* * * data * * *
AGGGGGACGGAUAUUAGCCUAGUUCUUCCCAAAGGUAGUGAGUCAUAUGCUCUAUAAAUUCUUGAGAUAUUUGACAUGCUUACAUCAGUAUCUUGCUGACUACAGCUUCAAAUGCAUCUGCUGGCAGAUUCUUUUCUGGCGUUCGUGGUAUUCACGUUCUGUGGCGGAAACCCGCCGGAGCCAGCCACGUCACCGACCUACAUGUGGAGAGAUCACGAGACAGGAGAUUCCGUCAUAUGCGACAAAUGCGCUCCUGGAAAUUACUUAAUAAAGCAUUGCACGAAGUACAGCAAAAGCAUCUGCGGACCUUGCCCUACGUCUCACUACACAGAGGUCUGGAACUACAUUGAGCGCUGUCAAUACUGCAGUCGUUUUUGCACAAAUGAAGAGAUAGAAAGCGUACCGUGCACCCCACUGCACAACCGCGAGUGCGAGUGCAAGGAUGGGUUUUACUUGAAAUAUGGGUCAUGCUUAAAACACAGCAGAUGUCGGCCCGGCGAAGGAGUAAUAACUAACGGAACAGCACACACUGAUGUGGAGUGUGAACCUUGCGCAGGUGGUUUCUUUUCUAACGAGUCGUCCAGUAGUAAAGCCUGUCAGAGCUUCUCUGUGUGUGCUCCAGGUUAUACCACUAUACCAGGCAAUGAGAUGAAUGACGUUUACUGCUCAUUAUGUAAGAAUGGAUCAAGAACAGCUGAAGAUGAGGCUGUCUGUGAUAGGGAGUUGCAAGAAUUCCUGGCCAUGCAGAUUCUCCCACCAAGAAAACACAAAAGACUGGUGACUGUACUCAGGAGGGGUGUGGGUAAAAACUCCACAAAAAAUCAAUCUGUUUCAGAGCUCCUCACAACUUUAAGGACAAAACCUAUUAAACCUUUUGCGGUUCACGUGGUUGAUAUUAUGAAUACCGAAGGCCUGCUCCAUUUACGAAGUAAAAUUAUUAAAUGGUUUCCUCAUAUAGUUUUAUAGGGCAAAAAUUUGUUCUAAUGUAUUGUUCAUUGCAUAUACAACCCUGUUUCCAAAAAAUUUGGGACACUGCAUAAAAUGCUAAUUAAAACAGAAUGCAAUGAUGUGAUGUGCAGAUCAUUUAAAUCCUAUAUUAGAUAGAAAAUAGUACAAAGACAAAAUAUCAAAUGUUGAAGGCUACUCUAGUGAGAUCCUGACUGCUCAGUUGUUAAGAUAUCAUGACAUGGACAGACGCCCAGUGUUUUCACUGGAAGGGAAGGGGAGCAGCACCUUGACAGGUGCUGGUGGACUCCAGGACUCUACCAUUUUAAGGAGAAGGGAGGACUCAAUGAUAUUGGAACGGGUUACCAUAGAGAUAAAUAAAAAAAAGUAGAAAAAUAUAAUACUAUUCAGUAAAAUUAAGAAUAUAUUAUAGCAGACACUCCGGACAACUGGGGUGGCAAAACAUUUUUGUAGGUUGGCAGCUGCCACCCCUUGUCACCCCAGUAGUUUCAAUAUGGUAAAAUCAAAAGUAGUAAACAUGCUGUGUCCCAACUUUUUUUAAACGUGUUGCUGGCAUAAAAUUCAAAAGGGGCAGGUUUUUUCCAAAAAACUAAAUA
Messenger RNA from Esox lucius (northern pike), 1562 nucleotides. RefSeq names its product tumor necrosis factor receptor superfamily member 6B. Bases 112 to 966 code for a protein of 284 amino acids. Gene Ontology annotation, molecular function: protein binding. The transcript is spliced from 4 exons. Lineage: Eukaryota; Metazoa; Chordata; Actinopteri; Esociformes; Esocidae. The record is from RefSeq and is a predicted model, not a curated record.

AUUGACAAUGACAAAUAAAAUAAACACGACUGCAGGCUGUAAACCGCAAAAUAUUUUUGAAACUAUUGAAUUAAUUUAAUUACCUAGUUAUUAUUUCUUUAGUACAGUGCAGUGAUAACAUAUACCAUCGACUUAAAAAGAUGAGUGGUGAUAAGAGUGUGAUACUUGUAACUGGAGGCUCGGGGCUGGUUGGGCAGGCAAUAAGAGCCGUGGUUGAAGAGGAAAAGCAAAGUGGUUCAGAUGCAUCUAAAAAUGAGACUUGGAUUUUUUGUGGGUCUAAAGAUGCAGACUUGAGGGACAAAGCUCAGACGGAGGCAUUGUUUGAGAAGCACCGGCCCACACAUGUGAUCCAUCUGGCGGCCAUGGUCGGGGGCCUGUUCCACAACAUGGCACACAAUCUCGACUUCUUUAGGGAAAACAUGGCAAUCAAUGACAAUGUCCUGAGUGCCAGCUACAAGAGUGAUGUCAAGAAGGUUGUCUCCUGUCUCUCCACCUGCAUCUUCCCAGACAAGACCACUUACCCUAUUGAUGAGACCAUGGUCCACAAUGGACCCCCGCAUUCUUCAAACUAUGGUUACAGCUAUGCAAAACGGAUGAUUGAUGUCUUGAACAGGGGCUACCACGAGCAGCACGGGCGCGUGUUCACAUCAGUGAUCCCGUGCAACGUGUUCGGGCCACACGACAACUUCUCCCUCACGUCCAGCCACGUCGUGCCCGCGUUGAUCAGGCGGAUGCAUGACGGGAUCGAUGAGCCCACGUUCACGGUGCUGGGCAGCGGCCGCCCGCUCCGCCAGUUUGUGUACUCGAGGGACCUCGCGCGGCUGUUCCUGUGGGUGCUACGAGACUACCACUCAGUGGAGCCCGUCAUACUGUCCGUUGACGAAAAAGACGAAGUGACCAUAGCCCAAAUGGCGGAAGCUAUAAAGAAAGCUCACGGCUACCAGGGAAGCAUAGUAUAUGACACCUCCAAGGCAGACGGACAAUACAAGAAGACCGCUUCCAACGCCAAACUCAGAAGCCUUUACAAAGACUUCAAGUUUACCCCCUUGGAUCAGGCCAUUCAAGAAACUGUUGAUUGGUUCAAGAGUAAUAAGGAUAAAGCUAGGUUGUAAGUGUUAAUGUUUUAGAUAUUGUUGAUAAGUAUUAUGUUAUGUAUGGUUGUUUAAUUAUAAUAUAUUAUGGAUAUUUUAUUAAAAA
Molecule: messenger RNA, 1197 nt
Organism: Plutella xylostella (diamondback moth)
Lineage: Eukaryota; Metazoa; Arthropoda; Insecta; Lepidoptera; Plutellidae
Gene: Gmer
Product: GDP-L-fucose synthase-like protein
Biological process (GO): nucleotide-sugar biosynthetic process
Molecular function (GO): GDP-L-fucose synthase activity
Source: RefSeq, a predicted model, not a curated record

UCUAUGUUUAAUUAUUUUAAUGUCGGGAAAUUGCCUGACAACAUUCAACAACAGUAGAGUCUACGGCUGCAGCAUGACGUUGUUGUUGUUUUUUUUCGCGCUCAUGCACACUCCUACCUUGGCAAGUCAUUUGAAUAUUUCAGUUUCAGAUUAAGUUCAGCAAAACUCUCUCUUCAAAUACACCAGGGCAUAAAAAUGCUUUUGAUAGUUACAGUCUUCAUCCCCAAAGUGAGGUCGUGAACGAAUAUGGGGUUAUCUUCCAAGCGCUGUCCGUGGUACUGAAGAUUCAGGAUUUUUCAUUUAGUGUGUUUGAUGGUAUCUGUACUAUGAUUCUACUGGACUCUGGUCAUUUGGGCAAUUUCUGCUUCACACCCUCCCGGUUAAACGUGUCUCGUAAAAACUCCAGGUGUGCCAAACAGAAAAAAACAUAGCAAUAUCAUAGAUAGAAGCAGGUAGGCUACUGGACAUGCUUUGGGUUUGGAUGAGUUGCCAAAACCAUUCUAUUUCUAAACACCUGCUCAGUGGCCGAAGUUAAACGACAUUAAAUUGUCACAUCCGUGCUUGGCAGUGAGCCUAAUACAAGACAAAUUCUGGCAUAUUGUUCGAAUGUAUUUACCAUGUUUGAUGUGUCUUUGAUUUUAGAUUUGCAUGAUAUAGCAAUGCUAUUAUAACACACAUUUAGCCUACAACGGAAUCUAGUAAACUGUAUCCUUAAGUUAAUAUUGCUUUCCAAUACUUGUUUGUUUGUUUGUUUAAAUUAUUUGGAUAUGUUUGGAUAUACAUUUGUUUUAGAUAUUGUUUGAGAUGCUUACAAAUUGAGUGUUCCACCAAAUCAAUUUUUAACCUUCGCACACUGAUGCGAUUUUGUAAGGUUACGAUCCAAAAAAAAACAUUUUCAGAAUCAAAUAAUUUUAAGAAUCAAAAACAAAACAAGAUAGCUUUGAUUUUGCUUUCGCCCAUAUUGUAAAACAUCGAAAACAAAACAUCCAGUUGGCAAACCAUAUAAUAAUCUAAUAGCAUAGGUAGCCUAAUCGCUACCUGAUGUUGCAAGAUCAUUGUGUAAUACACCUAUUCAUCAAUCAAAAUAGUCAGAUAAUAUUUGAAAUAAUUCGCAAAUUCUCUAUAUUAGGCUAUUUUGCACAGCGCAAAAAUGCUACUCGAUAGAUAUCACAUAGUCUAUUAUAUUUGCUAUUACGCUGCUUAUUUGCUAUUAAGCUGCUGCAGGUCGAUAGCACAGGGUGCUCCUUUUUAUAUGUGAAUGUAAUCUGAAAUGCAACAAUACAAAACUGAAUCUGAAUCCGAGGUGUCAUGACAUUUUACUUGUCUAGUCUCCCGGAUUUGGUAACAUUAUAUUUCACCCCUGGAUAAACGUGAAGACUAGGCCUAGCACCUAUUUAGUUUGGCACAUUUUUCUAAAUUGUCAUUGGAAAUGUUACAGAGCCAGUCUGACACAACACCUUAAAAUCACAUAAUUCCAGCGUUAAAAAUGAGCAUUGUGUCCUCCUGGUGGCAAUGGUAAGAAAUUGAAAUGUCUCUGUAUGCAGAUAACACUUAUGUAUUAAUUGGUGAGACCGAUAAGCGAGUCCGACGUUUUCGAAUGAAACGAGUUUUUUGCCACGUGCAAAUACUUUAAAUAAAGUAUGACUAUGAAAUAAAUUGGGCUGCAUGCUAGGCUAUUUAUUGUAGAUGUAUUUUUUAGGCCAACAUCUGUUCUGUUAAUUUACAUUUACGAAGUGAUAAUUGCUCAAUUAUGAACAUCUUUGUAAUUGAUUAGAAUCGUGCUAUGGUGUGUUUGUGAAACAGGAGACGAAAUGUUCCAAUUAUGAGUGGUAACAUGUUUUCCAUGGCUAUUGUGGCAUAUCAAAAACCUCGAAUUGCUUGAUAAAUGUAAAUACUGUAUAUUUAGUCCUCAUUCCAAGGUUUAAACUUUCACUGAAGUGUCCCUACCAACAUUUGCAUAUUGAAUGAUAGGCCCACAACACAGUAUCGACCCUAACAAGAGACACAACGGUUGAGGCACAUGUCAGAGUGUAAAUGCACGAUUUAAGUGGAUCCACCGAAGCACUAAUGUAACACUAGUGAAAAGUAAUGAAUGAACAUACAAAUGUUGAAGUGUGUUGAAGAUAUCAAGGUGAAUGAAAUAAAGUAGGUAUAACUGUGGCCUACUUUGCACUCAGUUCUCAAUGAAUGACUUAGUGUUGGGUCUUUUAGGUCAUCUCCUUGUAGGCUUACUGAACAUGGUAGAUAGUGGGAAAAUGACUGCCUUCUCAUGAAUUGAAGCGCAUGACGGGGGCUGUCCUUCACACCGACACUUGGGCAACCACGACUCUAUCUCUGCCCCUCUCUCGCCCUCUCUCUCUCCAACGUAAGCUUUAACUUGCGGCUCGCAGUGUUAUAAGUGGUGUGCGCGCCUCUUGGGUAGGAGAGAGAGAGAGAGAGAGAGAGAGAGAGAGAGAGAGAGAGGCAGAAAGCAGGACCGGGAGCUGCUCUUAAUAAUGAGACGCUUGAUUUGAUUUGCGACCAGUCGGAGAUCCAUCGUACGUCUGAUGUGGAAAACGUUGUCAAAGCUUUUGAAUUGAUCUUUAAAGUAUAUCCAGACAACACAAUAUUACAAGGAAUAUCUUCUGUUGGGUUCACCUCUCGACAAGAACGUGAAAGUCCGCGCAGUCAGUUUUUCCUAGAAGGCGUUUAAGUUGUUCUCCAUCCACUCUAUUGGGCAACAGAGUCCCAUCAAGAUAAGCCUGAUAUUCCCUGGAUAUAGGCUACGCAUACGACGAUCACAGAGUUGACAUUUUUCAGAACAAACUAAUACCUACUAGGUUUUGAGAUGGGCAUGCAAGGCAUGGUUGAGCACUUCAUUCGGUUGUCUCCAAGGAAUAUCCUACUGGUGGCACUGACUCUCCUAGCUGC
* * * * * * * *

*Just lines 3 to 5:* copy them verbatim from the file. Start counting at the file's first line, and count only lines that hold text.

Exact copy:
AUUGACAAUGACAAAUAAAAUAAACACGACUGCAGGCUGUAAACCGCAAAAUAUUUUUGAAACUAUUGAAUUAAUUUAAUUACCUAGUUAUUAUUUCUUUAGUACAGUGCAGUGAUAACAUAUACCAUCGACUUAAAAAGAUGAGUGGUGAUAAGAGUGUGAUACUUGUAACUGGAGGCUCGGGGCUGGUUGGGCAGGCAAUAAGAGCCGUGGUUGAAGAGGAAAAGCAAAGUGGUUCAGAUGCAUCUAAAAAUGAGACUUGGAUUUUUUGUGGGUCUAAAGAUGCAGACUUGAGGGACAAAGCUCAGACGGAGGCAUUGUUUGAGAAGCACCGGCCCACACAUGUGAUCCAUCUGGCGGCCAUGGUCGGGGGCCUGUUCCACAACAUGGCACACAAUCUCGACUUCUUUAGGGAAAACAUGGCAAUCAAUGACAAUGUCCUGAGUGCCAGCUACAAGAGUGAUGUCAAGAAGGUUGUCUCCUGUCUCUCCACCUGCAUCUUCCCAGACAAGACCACUUACCCUAUUGAUGAGACCAUGGUCCACAAUGGACCCCCGCAUUCUUCAAACUAUGGUUACAGCUAUGCAAAACGGAUGAUUGAUGUCUUGAACAGGGGCUACCACGAGCAGCACGGGCGCGUGUUCACAUCAGUGAUCCCGUGCAACGUGUUCGGGCCACACGACAACUUCUCCCUCACGUCCAGCCACGUCGUGCCCGCGUUGAUCAGGCGGAUGCAUGACGGGAUCGAUGAGCCCACGUUCACGGUGCUGGGCAGCGGCCGCCCGCUCCGCCAGUUUGUGUACUCGAGGGACCUCGCGCGGCUGUUCCUGUGGGUGCUACGAGACUACCACUCAGUGGAGCCCGUCAUACUGUCCGUUGACGAAAAAGACGAAGUGACCAUAGCCCAAAUGGCGGAAGCUAUAAAGAAAGCUCACGGCUACCAGGGAAGCAUAGUAUAUGACACCUCCAAGGCAGACGGACAAUACAAGAAGACCGCUUCCAACGCCAAACUCAGAAGCCUUUACAAAGACUUCAAGUUUACCCCCUUGGAUCAGGCCAUUCAAGAAACUGUUGAUUGGUUCAAGAGUAAUAAGGAUAAAGCUAGGUUGUAAGUGUUAAUGUUUUAGAUAUUGUUGAUAAGUAUUAUGUUAUGUAUGGUUGUUUAAUUAUAAUAUAUUAUGGAUAUUUUAUUAAAAA
Molecule: messenger RNA, 1197 nt
Organism: Plutella xylostella (diamondback moth)